This book is an honest examination of Indigenous people lives and how they feel betrayed and have difficulty celebrating Canada’s 150th birthday as the rest do.
Canada 150 commemorates the founding of Canada in 1867, being the political agreement that resulted in the union of two founding nations.
In this initial union, there were four provinces which began the vision of creating a federal nation-state that wold eventually effect dominion over the northern part of North America as well.
Today, what is lacking in this myopic vision is space for a response from the people of this land, and moreover a passionate response from those people who believe Canada can and must do better to include Indigenous people.
This book is not a history lesson for the faint of heart. This book is a challenge that requires a response from us.
Any reader expecting reminiscences from the era of the romantic stoic Indian is not accurate. What is contained in this book is a call for Canadians to roll up their sleeves consider whose land they occupy, and understand that those cherished symbols of Canadian identity were embossed on to nations that were already here.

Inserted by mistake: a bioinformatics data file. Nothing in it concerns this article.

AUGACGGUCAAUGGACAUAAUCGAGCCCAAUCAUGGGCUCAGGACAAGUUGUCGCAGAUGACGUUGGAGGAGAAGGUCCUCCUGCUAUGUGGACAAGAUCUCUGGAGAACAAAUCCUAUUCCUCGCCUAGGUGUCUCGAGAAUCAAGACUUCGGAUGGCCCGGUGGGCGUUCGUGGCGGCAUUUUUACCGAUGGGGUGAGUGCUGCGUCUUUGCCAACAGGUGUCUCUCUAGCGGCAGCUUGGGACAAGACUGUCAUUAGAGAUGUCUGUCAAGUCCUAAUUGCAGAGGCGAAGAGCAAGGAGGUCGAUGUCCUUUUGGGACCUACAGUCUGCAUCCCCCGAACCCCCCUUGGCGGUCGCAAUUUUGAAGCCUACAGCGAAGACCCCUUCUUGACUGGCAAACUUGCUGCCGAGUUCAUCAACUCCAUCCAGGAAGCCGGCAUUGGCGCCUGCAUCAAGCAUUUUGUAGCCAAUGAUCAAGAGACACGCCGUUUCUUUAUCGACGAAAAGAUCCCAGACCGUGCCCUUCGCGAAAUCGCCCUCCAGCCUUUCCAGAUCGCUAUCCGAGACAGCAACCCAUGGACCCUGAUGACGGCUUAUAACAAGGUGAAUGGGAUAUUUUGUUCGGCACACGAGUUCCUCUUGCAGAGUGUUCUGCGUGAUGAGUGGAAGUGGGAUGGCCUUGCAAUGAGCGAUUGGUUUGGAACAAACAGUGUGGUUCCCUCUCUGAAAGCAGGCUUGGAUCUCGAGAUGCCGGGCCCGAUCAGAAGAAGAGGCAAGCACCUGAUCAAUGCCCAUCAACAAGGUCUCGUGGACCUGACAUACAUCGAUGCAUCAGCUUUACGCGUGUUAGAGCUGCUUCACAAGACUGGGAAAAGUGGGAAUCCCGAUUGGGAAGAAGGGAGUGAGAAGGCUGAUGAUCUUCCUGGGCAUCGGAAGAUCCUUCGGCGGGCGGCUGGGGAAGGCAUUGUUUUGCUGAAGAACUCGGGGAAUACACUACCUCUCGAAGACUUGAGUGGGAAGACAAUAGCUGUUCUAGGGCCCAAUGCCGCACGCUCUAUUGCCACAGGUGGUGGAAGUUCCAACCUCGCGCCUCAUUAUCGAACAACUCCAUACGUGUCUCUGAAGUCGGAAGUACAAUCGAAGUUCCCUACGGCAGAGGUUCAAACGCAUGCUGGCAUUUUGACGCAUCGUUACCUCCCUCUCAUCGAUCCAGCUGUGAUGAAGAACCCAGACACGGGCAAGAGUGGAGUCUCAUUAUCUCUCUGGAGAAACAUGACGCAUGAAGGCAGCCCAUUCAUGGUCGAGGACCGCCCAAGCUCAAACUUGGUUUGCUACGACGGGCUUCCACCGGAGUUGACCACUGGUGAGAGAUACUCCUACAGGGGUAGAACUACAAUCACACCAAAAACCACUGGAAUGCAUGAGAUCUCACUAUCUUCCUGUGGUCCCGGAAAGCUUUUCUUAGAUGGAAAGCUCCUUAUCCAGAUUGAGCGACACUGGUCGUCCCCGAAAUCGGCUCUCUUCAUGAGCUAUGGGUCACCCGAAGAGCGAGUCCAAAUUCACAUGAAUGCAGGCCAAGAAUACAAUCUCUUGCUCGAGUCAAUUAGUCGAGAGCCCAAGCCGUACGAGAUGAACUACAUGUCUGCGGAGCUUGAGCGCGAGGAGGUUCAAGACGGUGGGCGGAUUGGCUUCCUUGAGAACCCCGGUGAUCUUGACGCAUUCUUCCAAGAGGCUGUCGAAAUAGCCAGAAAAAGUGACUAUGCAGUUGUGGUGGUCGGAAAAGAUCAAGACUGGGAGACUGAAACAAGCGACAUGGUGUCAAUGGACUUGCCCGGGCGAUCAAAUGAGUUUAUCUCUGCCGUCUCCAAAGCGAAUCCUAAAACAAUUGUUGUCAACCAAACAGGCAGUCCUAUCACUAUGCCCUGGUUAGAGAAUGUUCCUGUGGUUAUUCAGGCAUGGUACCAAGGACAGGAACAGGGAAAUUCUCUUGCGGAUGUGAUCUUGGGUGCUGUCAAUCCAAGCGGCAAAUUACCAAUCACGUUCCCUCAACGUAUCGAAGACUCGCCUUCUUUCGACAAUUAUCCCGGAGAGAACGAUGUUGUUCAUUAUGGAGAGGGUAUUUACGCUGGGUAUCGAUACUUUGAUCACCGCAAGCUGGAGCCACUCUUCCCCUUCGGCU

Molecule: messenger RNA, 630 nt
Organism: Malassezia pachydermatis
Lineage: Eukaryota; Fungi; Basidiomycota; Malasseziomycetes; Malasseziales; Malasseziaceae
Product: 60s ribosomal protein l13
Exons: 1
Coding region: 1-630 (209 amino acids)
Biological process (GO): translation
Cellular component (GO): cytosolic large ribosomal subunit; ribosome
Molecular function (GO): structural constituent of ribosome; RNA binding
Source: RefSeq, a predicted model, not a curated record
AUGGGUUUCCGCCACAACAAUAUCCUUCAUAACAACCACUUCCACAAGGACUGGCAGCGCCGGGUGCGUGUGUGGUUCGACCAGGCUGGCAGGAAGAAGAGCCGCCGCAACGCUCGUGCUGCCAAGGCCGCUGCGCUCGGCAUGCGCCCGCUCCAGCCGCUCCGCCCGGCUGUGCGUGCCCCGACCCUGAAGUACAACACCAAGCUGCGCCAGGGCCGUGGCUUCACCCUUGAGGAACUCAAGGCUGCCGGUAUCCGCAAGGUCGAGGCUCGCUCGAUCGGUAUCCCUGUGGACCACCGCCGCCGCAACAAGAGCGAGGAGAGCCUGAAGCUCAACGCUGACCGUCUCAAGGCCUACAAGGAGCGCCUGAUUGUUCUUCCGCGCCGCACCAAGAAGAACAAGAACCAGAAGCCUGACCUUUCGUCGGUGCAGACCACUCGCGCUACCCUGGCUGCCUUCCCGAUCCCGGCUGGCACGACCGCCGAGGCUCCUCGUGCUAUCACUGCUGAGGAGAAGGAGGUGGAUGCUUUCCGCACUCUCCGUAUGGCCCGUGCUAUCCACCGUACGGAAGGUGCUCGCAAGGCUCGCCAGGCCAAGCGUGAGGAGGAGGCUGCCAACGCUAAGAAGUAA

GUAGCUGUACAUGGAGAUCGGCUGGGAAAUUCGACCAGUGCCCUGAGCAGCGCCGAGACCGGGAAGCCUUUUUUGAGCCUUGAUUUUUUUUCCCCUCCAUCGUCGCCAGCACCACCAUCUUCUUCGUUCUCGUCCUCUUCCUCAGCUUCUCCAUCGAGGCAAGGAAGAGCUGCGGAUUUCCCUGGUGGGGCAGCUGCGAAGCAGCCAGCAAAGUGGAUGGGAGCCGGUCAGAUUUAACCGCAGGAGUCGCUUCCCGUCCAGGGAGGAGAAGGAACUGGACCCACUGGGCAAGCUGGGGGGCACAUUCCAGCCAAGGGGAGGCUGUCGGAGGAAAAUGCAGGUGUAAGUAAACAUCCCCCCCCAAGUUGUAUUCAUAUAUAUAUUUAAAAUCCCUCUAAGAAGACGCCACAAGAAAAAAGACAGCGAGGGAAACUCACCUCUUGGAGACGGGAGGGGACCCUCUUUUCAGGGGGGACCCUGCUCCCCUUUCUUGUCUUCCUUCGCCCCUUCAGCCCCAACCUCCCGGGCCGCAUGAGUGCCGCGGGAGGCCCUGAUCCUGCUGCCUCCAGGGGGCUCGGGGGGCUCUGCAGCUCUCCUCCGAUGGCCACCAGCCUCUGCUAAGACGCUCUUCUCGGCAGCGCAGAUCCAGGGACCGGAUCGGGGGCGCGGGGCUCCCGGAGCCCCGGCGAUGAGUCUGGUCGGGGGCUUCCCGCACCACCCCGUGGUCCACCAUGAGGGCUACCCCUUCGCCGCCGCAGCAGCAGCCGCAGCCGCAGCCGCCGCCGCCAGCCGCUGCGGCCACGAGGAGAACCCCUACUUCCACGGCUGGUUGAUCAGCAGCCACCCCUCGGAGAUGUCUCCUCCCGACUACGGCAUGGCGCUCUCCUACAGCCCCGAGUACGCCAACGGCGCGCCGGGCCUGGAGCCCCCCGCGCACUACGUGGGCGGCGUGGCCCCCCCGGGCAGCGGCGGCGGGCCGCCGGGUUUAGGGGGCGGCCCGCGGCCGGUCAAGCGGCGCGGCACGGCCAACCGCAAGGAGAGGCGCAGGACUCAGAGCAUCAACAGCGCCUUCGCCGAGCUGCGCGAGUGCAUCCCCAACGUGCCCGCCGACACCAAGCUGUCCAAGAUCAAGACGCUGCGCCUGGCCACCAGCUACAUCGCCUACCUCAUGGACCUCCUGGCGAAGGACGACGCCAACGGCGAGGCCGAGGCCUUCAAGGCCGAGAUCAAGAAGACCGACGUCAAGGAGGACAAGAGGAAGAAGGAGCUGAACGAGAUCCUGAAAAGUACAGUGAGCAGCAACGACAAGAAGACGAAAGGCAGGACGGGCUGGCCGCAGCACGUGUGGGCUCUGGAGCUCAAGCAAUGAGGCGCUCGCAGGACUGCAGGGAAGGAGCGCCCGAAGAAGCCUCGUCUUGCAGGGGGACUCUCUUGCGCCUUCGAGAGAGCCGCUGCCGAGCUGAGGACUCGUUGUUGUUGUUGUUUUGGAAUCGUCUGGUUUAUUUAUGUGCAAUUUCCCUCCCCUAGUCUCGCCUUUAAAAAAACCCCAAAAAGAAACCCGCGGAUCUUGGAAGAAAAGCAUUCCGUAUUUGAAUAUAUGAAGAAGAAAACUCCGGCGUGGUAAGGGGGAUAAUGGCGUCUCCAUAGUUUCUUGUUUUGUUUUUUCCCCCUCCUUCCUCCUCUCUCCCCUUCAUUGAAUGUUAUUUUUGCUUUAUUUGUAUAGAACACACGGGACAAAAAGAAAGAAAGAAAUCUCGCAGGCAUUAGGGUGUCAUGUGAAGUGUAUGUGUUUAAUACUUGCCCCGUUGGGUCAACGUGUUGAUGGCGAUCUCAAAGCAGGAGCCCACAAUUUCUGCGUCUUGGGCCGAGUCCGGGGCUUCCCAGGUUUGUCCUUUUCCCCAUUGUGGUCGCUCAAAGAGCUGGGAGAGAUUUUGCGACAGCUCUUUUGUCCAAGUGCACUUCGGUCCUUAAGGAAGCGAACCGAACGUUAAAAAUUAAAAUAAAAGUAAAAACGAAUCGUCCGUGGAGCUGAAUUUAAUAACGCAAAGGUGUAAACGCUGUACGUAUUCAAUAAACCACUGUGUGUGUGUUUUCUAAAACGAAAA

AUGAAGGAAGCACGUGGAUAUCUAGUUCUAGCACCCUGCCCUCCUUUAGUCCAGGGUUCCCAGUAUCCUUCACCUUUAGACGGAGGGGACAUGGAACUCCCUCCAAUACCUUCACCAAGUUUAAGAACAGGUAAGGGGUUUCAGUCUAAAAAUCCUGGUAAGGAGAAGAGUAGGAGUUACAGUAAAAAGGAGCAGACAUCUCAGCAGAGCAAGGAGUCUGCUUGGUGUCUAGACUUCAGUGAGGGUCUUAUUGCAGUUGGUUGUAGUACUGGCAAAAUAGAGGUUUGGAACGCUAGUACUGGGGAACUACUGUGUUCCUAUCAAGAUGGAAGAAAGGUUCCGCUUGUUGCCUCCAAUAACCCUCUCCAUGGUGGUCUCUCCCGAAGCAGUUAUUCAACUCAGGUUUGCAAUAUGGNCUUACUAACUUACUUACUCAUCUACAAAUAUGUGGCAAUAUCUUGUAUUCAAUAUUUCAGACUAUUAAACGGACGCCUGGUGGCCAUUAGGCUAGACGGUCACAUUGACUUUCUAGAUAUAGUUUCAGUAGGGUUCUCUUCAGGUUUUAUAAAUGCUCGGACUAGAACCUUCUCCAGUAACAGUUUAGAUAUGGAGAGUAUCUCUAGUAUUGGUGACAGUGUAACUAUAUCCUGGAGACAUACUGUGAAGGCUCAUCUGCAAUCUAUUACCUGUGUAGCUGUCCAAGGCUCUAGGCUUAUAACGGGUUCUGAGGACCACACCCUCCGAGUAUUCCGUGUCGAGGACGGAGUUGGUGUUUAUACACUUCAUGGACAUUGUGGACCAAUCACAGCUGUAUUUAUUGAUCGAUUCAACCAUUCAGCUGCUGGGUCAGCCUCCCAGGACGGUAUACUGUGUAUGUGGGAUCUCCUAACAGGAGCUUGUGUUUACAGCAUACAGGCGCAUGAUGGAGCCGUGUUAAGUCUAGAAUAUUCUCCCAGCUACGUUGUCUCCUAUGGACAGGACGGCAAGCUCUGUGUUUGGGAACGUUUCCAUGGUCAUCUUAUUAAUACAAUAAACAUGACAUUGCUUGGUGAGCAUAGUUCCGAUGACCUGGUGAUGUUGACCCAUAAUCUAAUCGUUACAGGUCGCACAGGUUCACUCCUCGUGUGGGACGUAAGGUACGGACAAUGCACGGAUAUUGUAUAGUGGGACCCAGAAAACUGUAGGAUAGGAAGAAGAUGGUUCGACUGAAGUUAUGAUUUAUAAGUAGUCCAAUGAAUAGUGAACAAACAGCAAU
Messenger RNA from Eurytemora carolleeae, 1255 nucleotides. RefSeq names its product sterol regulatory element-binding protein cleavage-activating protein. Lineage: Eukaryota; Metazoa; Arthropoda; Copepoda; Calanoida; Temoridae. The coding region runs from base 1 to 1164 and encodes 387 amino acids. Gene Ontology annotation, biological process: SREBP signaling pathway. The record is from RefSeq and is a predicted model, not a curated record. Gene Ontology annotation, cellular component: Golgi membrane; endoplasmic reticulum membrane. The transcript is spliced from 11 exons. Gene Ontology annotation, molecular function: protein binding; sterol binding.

From the outset, Indigenous people were completely excluded from the meetings that led to that creation of Canada. As well, given that Indigenous people were assumed to be a dying race–through eradication or assimilation by agencies such as residential schools–the only concern of John A. MacDonald, George Brown, George-Etienne Cartier, et all, at the conferences in Charlottetown, Quebec city, and London England was how to implement the control and removal of Indigenous people from their lands, and to oversee their termination.
This book represents an attempt to educate, challenge and inspire both settler Canadians and Indigenous people, the learned and the ignorant, and in particular, our youth. Many Indigenous nations and regions from across Canada are represented in an attempt to make space for different perspectives.
I loved this honest look at the Indigenous people and how we can all do our part to change things one little bit at a time.
This book is a must read for all Canadians, especially on this our 150th celebration of confederation!
Rating: 5 stars
Reviewed by: Irene S. Roth